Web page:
1. How does the free flow of information on the internet affect local economies?
2. What’s your analysis of the economy? What are your feelings about the current state of the economy?
3. Do you feel that the removal of trade barriers and customs tariffs is good for the world economy? Why?
4. Talk about how the removal of customs tariffs was good for a country’s economy.
5. Talk about how maintaining customs tariffs is good, or was good, for a country’s economy.
6. What do you think about the latest reports on US jobless rates?
7. Do you think that a decrease in applications for unemployment benefits is a genuine indication that the economy is getting better? Why would you say so? Please, explain.
8. In which direction do you feel the economy is heading? Why do you say this?
9. In economics terms, what comes to mind when you hear, “Think globally, and act locally?”

Intercultural English and Cultural Context By: Wayne K. Johnson, Dr. Jana Silver, and Craig Sower

"I just published my latest paper in the Journal of Shujitsu English Studies, Shujitsu University, Okayama, Japan. Journal # 30, January 2014, p. 167-187. It is called: "Intercultural English and Cultural Context" My co-authors are Dr. Jana Silver, and Japan expert Craig Sower" Wayne Johnson

Intercultural English and Cultural Context By: Wayne K. Johnson, Dr. Jana Silver, and Craig Sower

Japanese Flag Intercultural Article

Japanese Sun in front of Mountains Intercultural Article

Japanese Sun over Mountains Intercultural Article

English Grammar - Be the linking verb and then be the Walrus

Use "I am the walrus" by the Beatles to show how stupid the so-called “rule” is for “be the linking verb” Yeah, that “rule”. This so-called "rule" is insanely pedantic and EVEN RIDICULOUS. I agree with the American Heritage Dictionary's usage note.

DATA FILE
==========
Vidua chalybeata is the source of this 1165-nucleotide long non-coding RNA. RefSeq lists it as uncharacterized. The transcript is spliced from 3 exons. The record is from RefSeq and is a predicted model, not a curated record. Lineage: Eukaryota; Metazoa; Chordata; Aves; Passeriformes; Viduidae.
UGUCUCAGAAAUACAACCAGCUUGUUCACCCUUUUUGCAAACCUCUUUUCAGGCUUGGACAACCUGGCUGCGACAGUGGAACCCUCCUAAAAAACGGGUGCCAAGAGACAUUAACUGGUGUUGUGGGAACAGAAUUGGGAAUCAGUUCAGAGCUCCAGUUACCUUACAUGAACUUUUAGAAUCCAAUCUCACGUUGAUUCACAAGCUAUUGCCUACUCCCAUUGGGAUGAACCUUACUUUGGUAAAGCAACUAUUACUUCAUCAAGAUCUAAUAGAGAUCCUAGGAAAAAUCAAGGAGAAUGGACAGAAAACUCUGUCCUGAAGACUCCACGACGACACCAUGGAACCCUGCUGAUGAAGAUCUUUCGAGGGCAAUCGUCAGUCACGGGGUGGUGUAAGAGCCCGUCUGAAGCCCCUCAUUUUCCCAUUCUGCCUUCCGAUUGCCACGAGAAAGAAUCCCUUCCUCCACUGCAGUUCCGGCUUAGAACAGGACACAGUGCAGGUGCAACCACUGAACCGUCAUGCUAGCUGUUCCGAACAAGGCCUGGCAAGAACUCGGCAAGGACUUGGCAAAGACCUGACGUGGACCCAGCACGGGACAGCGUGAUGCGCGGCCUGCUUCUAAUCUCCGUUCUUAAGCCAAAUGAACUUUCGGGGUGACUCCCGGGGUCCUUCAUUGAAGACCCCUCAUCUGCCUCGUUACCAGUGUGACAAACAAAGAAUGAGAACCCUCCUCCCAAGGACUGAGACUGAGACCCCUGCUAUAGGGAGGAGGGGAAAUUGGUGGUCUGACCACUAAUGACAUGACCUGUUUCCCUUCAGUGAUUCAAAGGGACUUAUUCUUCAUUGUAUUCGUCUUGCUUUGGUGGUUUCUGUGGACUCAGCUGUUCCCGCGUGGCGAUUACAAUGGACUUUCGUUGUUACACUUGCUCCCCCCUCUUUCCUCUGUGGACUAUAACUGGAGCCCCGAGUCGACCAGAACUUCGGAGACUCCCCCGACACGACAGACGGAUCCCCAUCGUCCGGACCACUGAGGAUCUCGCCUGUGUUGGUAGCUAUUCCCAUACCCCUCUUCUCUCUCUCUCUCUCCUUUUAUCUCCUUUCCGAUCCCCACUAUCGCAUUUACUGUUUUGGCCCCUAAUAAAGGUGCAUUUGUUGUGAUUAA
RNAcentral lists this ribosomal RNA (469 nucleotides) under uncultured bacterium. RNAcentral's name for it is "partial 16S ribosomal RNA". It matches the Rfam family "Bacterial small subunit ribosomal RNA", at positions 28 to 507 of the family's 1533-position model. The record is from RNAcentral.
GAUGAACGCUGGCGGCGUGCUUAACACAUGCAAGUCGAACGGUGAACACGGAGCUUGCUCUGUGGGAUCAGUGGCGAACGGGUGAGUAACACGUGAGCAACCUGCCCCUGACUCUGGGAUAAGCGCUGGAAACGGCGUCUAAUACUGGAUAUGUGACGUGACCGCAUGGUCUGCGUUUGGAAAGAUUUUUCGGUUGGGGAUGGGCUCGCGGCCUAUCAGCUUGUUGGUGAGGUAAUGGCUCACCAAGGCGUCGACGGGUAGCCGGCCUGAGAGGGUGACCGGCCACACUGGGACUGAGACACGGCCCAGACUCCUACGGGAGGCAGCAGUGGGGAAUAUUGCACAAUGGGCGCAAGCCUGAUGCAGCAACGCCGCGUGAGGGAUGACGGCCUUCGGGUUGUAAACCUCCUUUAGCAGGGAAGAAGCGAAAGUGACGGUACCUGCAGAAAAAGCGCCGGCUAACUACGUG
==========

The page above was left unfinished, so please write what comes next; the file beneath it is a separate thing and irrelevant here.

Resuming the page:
Even if everyone could follow it, in informal contexts the nominative pronoun often sounds pedantic and even ridiculous, especially when the verb is contracted, as in It's we.

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I am he as you are he as you are me and we are all together. < There's a good one. You all know the difference between "all together" and "altogether", right?

Okay, back to the point. But first, try not to become apoplectic: Be a traditional grammar myth.

I am he as you are he as you are me and we are all together.

So here he says (or sings) "I am he". Now, proponents of this "linking verb rule" would say "Bravo!That's correct". But what about this? Given that what's on one side of "be" should be on the other side of "be", we'd end up with this: He am I. That's ridiculous. Is it, then, "He is I"? Interesting. Well, not really. And it's quite be-sides the point, anyway.

Okay, next, there's "you are he". You can't say "he are you"? And that's just as ridiculous.

Finally, there's "you are me". What's this? A deviation from the linking verb rule. That's inconsistent. No too sharp #. Oh well.

Now, again, proponents of this ... .... 'linking verb rule with be' ... .... would definitely not like that. They would say that just as it's correct to say "It's I", not "it's me", it's also correct to say - wait a minute - are they serious? The linking verb rule people would say it's correct to say "You are I". And then there would be "I are you"? That's ridiculous.

USAGE NOTE Traditional grammar requires the nominative form of the pronoun in the predicate of the verb be: It is I (not me); That must be they (not them), and so forth. Nearly every speaker of Modern English finds this rule difficult to follow. Even if everyone could follow it, in informal contexts the nominative pronoun often sounds pedantic and even ridiculous, especially when the verb is contracted, as in It's we. But constructions like It is me have been condemned in the classroom and in writing handbooks for so long that there seems little likelihood that they will ever be entirely acceptable in formal writing. • The traditional rule creates additional problems when the pronoun following be also functions as the object of a verb or preposition in a relative clause, as in It is not them/they that we have in mind when we talk about "crime in the streets" nowadays, where the plural pronoun serves as both the predicate of is and the object of have. In this example, 57 percent of the Usage Panel prefers the nominative form they, 33 percent prefer the objective them, and 10 percent accept both versions. Writers can usually revise their sentences to avoid this problem: They are not the ones we have in mind, We have someone else in mind, and so on. See Usage Notes at I1, we.